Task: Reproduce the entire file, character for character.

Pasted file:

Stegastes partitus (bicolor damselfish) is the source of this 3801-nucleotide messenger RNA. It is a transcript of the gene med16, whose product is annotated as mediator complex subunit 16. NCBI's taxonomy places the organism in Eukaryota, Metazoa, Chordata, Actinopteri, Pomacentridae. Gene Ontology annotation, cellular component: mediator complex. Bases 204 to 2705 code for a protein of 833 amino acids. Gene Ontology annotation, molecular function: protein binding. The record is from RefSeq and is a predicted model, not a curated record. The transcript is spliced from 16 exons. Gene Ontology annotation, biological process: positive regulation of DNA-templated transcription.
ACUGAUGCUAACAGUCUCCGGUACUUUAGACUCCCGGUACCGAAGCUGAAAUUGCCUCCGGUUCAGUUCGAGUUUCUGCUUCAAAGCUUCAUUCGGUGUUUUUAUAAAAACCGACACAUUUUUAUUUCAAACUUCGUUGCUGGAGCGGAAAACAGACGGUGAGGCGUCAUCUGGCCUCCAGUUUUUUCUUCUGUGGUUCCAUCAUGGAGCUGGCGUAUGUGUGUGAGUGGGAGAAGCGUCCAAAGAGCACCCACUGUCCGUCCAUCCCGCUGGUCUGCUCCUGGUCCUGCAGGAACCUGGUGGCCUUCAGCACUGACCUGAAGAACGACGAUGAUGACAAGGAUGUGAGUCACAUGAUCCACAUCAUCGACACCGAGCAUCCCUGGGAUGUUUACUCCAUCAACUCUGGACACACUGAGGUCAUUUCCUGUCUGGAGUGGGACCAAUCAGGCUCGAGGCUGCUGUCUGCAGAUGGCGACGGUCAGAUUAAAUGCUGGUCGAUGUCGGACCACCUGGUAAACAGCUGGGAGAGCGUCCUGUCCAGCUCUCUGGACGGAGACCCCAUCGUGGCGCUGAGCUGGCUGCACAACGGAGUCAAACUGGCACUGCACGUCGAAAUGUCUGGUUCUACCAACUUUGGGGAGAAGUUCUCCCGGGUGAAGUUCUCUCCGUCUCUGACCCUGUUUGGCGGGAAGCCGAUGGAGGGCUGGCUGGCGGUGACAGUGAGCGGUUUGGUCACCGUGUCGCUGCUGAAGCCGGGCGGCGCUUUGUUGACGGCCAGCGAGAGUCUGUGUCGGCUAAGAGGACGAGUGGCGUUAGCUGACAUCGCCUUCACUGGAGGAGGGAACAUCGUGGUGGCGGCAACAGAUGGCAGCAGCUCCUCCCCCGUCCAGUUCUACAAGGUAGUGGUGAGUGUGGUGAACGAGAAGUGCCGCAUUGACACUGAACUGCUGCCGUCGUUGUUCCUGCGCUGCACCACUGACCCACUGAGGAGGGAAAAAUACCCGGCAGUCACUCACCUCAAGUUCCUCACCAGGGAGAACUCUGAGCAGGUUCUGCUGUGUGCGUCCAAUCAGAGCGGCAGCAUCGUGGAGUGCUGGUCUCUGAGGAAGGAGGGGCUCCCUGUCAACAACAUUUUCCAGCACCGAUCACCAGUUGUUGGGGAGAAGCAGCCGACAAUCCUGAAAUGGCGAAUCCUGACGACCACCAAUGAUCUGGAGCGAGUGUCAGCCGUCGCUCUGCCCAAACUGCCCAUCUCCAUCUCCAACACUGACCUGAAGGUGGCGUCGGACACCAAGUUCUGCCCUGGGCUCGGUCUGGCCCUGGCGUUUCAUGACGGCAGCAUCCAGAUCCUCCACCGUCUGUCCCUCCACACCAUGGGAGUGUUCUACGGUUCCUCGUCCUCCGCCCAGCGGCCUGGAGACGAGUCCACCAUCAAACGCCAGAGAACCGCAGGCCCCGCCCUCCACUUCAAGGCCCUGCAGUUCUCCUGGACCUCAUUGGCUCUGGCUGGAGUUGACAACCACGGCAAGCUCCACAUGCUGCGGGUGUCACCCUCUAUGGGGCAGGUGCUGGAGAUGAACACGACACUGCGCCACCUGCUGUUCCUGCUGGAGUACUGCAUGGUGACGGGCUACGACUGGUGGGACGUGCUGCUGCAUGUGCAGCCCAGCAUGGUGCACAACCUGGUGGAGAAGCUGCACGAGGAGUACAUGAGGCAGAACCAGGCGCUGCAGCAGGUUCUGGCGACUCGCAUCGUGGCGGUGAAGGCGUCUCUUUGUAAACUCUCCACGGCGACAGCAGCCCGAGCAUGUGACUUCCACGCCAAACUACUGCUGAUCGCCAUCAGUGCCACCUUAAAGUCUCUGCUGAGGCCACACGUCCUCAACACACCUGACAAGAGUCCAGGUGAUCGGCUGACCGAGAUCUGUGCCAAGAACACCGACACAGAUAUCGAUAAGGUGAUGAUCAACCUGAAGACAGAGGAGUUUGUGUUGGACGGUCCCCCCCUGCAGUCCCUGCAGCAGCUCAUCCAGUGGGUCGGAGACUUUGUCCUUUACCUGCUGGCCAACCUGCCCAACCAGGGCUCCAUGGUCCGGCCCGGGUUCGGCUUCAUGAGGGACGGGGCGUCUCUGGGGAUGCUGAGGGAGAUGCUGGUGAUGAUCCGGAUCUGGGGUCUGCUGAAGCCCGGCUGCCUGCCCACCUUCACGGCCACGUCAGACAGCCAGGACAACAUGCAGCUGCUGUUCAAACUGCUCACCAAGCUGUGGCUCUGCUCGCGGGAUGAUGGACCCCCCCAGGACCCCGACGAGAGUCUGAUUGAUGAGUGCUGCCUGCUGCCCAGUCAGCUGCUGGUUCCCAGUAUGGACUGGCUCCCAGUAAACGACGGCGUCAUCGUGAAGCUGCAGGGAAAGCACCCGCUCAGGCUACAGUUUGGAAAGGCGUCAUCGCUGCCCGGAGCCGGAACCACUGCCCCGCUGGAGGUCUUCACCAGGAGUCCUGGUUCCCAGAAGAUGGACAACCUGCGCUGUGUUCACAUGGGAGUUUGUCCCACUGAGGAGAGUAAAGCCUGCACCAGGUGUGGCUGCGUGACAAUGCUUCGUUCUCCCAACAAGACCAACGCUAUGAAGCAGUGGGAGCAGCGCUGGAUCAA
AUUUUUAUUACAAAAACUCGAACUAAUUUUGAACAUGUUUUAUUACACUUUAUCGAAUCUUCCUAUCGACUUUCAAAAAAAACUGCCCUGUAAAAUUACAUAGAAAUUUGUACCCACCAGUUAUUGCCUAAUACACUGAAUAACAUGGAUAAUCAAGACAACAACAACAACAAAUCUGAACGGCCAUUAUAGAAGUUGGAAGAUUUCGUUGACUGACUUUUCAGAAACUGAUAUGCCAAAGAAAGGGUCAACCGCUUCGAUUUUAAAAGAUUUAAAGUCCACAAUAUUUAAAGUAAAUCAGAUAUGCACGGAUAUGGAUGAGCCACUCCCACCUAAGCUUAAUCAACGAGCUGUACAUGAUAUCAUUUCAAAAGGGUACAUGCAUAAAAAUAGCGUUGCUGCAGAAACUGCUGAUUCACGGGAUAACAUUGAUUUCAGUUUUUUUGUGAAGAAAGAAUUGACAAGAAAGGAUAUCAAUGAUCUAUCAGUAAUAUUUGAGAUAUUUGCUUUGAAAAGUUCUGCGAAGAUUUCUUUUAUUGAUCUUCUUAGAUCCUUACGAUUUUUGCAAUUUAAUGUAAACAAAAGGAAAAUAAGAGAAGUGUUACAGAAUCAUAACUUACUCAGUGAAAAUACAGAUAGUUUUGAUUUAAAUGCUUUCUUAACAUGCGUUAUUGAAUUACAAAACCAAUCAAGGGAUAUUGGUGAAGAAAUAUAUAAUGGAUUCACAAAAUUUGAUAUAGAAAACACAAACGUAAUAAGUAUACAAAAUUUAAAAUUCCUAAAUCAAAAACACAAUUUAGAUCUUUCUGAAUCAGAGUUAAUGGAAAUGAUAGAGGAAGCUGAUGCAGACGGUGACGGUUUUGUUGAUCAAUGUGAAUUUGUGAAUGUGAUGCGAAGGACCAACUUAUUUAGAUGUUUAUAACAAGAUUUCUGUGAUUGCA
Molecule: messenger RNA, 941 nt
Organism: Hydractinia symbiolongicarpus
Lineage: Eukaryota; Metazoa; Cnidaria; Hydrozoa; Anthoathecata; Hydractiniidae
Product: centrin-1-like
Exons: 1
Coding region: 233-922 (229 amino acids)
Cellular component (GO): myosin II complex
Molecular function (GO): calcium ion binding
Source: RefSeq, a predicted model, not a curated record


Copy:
Stegastes partitus (bicolor damselfish) is the source of this 3801-nucleotide messenger RNA. It is a transcript of the gene med16, whose product is annotated as mediator complex subunit 16. NCBI's taxonomy places the organism in Eukaryota, Metazoa, Chordata, Actinopteri, Pomacentridae. Gene Ontology annotation, cellular component: mediator complex. Bases 204 to 2705 code for a protein of 833 amino acids. Gene Ontology annotation, molecular function: protein binding. The record is from RefSeq and is a predicted model, not a curated record. The transcript is spliced from 16 exons. Gene Ontology annotation, biological process: positive regulation of DNA-templated transcription.
ACUGAUGCUAACAGUCUCCGGUACUUUAGACUCCCGGUACCGAAGCUGAAAUUGCCUCCGGUUCAGUUCGAGUUUCUGCUUCAAAGCUUCAUUCGGUGUUUUUAUAAAAACCGACACAUUUUUAUUUCAAACUUCGUUGCUGGAGCGGAAAACAGACGGUGAGGCGUCAUCUGGCCUCCAGUUUUUUCUUCUGUGGUUCCAUCAUGGAGCUGGCGUAUGUGUGUGAGUGGGAGAAGCGUCCAAAGAGCACCCACUGUCCGUCCAUCCCGCUGGUCUGCUCCUGGUCCUGCAGGAACCUGGUGGCCUUCAGCACUGACCUGAAGAACGACGAUGAUGACAAGGAUGUGAGUCACAUGAUCCACAUCAUCGACACCGAGCAUCCCUGGGAUGUUUACUCCAUCAACUCUGGACACACUGAGGUCAUUUCCUGUCUGGAGUGGGACCAAUCAGGCUCGAGGCUGCUGUCUGCAGAUGGCGACGGUCAGAUUAAAUGCUGGUCGAUGUCGGACCACCUGGUAAACAGCUGGGAGAGCGUCCUGUCCAGCUCUCUGGACGGAGACCCCAUCGUGGCGCUGAGCUGGCUGCACAACGGAGUCAAACUGGCACUGCACGUCGAAAUGUCUGGUUCUACCAACUUUGGGGAGAAGUUCUCCCGGGUGAAGUUCUCUCCGUCUCUGACCCUGUUUGGCGGGAAGCCGAUGGAGGGCUGGCUGGCGGUGACAGUGAGCGGUUUGGUCACCGUGUCGCUGCUGAAGCCGGGCGGCGCUUUGUUGACGGCCAGCGAGAGUCUGUGUCGGCUAAGAGGACGAGUGGCGUUAGCUGACAUCGCCUUCACUGGAGGAGGGAACAUCGUGGUGGCGGCAACAGAUGGCAGCAGCUCCUCCCCCGUCCAGUUCUACAAGGUAGUGGUGAGUGUGGUGAACGAGAAGUGCCGCAUUGACACUGAACUGCUGCCGUCGUUGUUCCUGCGCUGCACCACUGACCCACUGAGGAGGGAAAAAUACCCGGCAGUCACUCACCUCAAGUUCCUCACCAGGGAGAACUCUGAGCAGGUUCUGCUGUGUGCGUCCAAUCAGAGCGGCAGCAUCGUGGAGUGCUGGUCUCUGAGGAAGGAGGGGCUCCCUGUCAACAACAUUUUCCAGCACCGAUCACCAGUUGUUGGGGAGAAGCAGCCGACAAUCCUGAAAUGGCGAAUCCUGACGACCACCAAUGAUCUGGAGCGAGUGUCAGCCGUCGCUCUGCCCAAACUGCCCAUCUCCAUCUCCAACACUGACCUGAAGGUGGCGUCGGACACCAAGUUCUGCCCUGGGCUCGGUCUGGCCCUGGCGUUUCAUGACGGCAGCAUCCAGAUCCUCCACCGUCUGUCCCUCCACACCAUGGGAGUGUUCUACGGUUCCUCGUCCUCCGCCCAGCGGCCUGGAGACGAGUCCACCAUCAAACGCCAGAGAACCGCAGGCCCCGCCCUCCACUUCAAGGCCCUGCAGUUCUCCUGGACCUCAUUGGCUCUGGCUGGAGUUGACAACCACGGCAAGCUCCACAUGCUGCGGGUGUCACCCUCUAUGGGGCAGGUGCUGGAGAUGAACACGACACUGCGCCACCUGCUGUUCCUGCUGGAGUACUGCAUGGUGACGGGCUACGACUGGUGGGACGUGCUGCUGCAUGUGCAGCCCAGCAUGGUGCACAACCUGGUGGAGAAGCUGCACGAGGAGUACAUGAGGCAGAACCAGGCGCUGCAGCAGGUUCUGGCGACUCGCAUCGUGGCGGUGAAGGCGUCUCUUUGUAAACUCUCCACGGCGACAGCAGCCCGAGCAUGUGACUUCCACGCCAAACUACUGCUGAUCGCCAUCAGUGCCACCUUAAAGUCUCUGCUGAGGCCACACGUCCUCAACACACCUGACAAGAGUCCAGGUGAUCGGCUGACCGAGAUCUGUGCCAAGAACACCGACACAGAUAUCGAUAAGGUGAUGAUCAACCUGAAGACAGAGGAGUUUGUGUUGGACGGUCCCCCCCUGCAGUCCCUGCAGCAGCUCAUCCAGUGGGUCGGAGACUUUGUCCUUUACCUGCUGGCCAACCUGCCCAACCAGGGCUCCAUGGUCCGGCCCGGGUUCGGCUUCAUGAGGGACGGGGCGUCUCUGGGGAUGCUGAGGGAGAUGCUGGUGAUGAUCCGGAUCUGGGGUCUGCUGAAGCCCGGCUGCCUGCCCACCUUCACGGCCACGUCAGACAGCCAGGACAACAUGCAGCUGCUGUUCAAACUGCUCACCAAGCUGUGGCUCUGCUCGCGGGAUGAUGGACCCCCCCAGGACCCCGACGAGAGUCUGAUUGAUGAGUGCUGCCUGCUGCCCAGUCAGCUGCUGGUUCCCAGUAUGGACUGGCUCCCAGUAAACGACGGCGUCAUCGUGAAGCUGCAGGGAAAGCACCCGCUCAGGCUACAGUUUGGAAAGGCGUCAUCGCUGCCCGGAGCCGGAACCACUGCCCCGCUGGAGGUCUUCACCAGGAGUCCUGGUUCCCAGAAGAUGGACAACCUGCGCUGUGUUCACAUGGGAGUUUGUCCCACUGAGGAGAGUAAAGCCUGCACCAGGUGUGGCUGCGUGACAAUGCUUCGUUCUCCCAACAAGACCAACGCUAUGAAGCAGUGGGAGCAGCGCUGGAUCAA
AUUUUUAUUACAAAAACUCGAACUAAUUUUGAACAUGUUUUAUUACACUUUAUCGAAUCUUCCUAUCGACUUUCAAAAAAAACUGCCCUGUAAAAUUACAUAGAAAUUUGUACCCACCAGUUAUUGCCUAAUACACUGAAUAACAUGGAUAAUCAAGACAACAACAACAACAAAUCUGAACGGCCAUUAUAGAAGUUGGAAGAUUUCGUUGACUGACUUUUCAGAAACUGAUAUGCCAAAGAAAGGGUCAACCGCUUCGAUUUUAAAAGAUUUAAAGUCCACAAUAUUUAAAGUAAAUCAGAUAUGCACGGAUAUGGAUGAGCCACUCCCACCUAAGCUUAAUCAACGAGCUGUACAUGAUAUCAUUUCAAAAGGGUACAUGCAUAAAAAUAGCGUUGCUGCAGAAACUGCUGAUUCACGGGAUAACAUUGAUUUCAGUUUUUUUGUGAAGAAAGAAUUGACAAGAAAGGAUAUCAAUGAUCUAUCAGUAAUAUUUGAGAUAUUUGCUUUGAAAAGUUCUGCGAAGAUUUCUUUUAUUGAUCUUCUUAGAUCCUUACGAUUUUUGCAAUUUAAUGUAAACAAAAGGAAAAUAAGAGAAGUGUUACAGAAUCAUAACUUACUCAGUGAAAAUACAGAUAGUUUUGAUUUAAAUGCUUUCUUAACAUGCGUUAUUGAAUUACAAAACCAAUCAAGGGAUAUUGGUGAAGAAAUAUAUAAUGGAUUCACAAAAUUUGAUAUAGAAAACACAAACGUAAUAAGUAUACAAAAUUUAAAAUUCCUAAAUCAAAAACACAAUUUAGAUCUUUCUGAAUCAGAGUUAAUGGAAAUGAUAGAGGAAGCUGAUGCAGACGGUGACGGUUUUGUUGAUCAAUGUGAAUUUGUGAAUGUGAUGCGAAGGACCAACUUAUUUAGAUGUUUAUAACAAGAUUUCUGUGAUUGCA
Molecule: messenger RNA, 941 nt
Organism: Hydractinia symbiolongicarpus
Lineage: Eukaryota; Metazoa; Cnidaria; Hydrozoa; Anthoathecata; Hydractiniidae
Product: centrin-1-like
Exons: 1
Coding region: 233-922 (229 amino acids)
Cellular component (GO): myosin II complex
Molecular function (GO): calcium ion binding
Source: RefSeq, a predicted model, not a curated record